And here are my notes, attempting to explicate what I said on CNN.

1. Fox News Channel is a niche product. A very successful niche product: news for people who don’t trust the rest of the news media. (Total audience for the three network evening newscasts: about 25-27 million. O’Reilly on his best night: 3.3 million.) If the rest of the news media is raising questions about Bill O’Reilly’s veracity, this is not only not a problem for Fox. It’s the sort of event that turns the gears of the machine. “Trust us: they’re not to be trusted.”

2. I hear this a lot from people on social media: ‘O’Reilly is an entertainer, not a journalist!’ I know what they mean. They’re not wrong. But I think it is more correct to say that O’Reilly is a performance artist. The medium is television. The genre is “resentment news.” I first wrote about it in 2003:

There’s never been a face-of-the-brand in network news who is deliberately styled hot (in McLuhan’s terms.) O’Reilly blows up a lot. He is wired for argument and controversy because he is willing to fight the spin of others with righteous spin of his own. And he has another advantage, for which he does not get enough notice. He’s willing to make fans by having active enemies. Indeed, making enemies is basic to his appeal, and that’s where Terry Gross and the rest of the establishment press factor themselves in. They supply what O’Reilly’s genre — resentment news — demands.

In 1989, Bill O’Reilly quit ABC and became host of Inside Edition, a syndicated news-derived program sold to local stations. In the Establishment’s view, this is like moving to the trailer park. Thus, it took an outsider — in fact, an outcast — to make the imaginative leap from cool to hot in evening news. Not that there weren’t models. One obvious reference point for O’Reilly’s success is Sidney Lumet’s Network, the movie classic, (1976) that projected so brilliantly what angry populism would look like if it one day seized hold of TV news.

3. Nick Lemann wrote this about O’Reilly in The New Yorker in 2006: “Like every artist, he has created a territory that is distinctively his, and under anyone else’s supervision would not cohere.” That is true. Lemann goes on:

Part of the pleasure of “The O’Reilly Factor” is knowing that O’Reilly is a guy with a temper, and he might lose it. He reddens, sits up, and presses the guest, who may begin to stammer helplessly (in which case O’Reilly usually pulls back), or to backpedal and make excuses… (in which case O’Reilly keeps boring in), or to insult O’Reilly (in which case O’Reilly may begin yelling—the big payoff). He’s the beat cop for the American neighborhood, who may have been a little excessive at times, may occasionally have run afoul of Internal Affairs, but law-abiding folks trust him because they know he’s on their side. His liberal guests are like suspects he’s pulled over: in the end, he’s probably just going to frisk them and let them go with a genial warning, but if they try anything, well, he carries a nightstick for a reason.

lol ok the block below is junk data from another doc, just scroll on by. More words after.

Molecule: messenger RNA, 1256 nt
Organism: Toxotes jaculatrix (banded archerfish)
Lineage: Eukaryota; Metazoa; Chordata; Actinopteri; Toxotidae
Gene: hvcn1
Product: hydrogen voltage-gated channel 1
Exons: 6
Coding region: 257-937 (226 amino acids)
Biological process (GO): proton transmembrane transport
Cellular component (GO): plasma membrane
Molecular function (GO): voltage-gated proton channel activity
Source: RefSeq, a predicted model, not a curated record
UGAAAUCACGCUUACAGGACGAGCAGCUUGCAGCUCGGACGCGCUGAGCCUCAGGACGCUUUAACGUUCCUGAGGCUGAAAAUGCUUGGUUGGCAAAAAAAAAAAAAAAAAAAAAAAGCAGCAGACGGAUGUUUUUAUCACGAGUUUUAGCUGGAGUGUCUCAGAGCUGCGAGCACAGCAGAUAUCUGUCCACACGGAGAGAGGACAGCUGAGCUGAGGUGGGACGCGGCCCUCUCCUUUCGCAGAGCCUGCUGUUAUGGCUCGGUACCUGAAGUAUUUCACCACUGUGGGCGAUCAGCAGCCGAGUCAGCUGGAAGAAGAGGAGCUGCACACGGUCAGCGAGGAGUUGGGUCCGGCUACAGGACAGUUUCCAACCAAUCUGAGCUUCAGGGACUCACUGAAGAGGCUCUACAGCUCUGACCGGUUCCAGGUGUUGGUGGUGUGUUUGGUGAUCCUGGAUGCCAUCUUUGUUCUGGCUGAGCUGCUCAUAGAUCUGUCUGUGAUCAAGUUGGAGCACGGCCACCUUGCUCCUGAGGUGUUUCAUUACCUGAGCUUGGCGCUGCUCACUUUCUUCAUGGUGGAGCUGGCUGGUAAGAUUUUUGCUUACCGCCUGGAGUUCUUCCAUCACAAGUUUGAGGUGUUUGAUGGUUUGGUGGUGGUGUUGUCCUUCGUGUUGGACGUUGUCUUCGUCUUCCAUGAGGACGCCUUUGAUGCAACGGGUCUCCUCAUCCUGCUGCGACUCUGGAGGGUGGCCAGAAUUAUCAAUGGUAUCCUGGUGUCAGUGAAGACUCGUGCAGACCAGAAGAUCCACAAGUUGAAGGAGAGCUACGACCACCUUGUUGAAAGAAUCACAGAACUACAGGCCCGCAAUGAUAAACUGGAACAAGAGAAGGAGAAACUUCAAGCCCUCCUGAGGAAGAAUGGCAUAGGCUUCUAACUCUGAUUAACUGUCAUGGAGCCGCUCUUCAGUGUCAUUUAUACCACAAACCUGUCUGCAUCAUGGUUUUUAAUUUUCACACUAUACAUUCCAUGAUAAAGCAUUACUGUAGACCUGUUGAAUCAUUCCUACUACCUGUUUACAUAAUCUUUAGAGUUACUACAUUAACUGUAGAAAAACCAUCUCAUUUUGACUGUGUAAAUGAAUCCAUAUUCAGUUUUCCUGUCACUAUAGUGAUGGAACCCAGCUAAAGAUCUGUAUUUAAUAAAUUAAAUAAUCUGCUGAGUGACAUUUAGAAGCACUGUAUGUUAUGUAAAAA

4. In resentment news there are different stories every day, but the narrative never changes. A corrupt elite is trying to put one over on the decent, hard-working people of this country, and to destroy the simple virtues that made America great. There are many symbols of that — the news cycle provides them — but only one thing is ever symbolized.

5. The urtext for all analyses of The O’Reilly Factor is Richard Hofstadter’s classic essay, The Paranoid Style in American Politics:

I call it the paranoid style simply because no other word adequately evokes the sense of heated exaggeration, suspiciousness, and conspiratorial fantasy that I have in mind. In using the expression “paranoid style” I am not speaking in a clinical sense, but borrowing a clinical term for other purposes… It is the use of paranoid modes of expression by more or less normal people that makes the phenomenon significant. Of course this term is pejorative, and it is meant to be; the paranoid style has a greater affinity for bad causes than good. But nothing really prevents a sound program or demand from being advocated in the paranoid style. Style has more to do with the way in which ideas are believed than with the truth or falsity of their content… The paranoid style is an old and recurrent phenomenon in our public life which has been frequently linked with movements of suspicious discontent.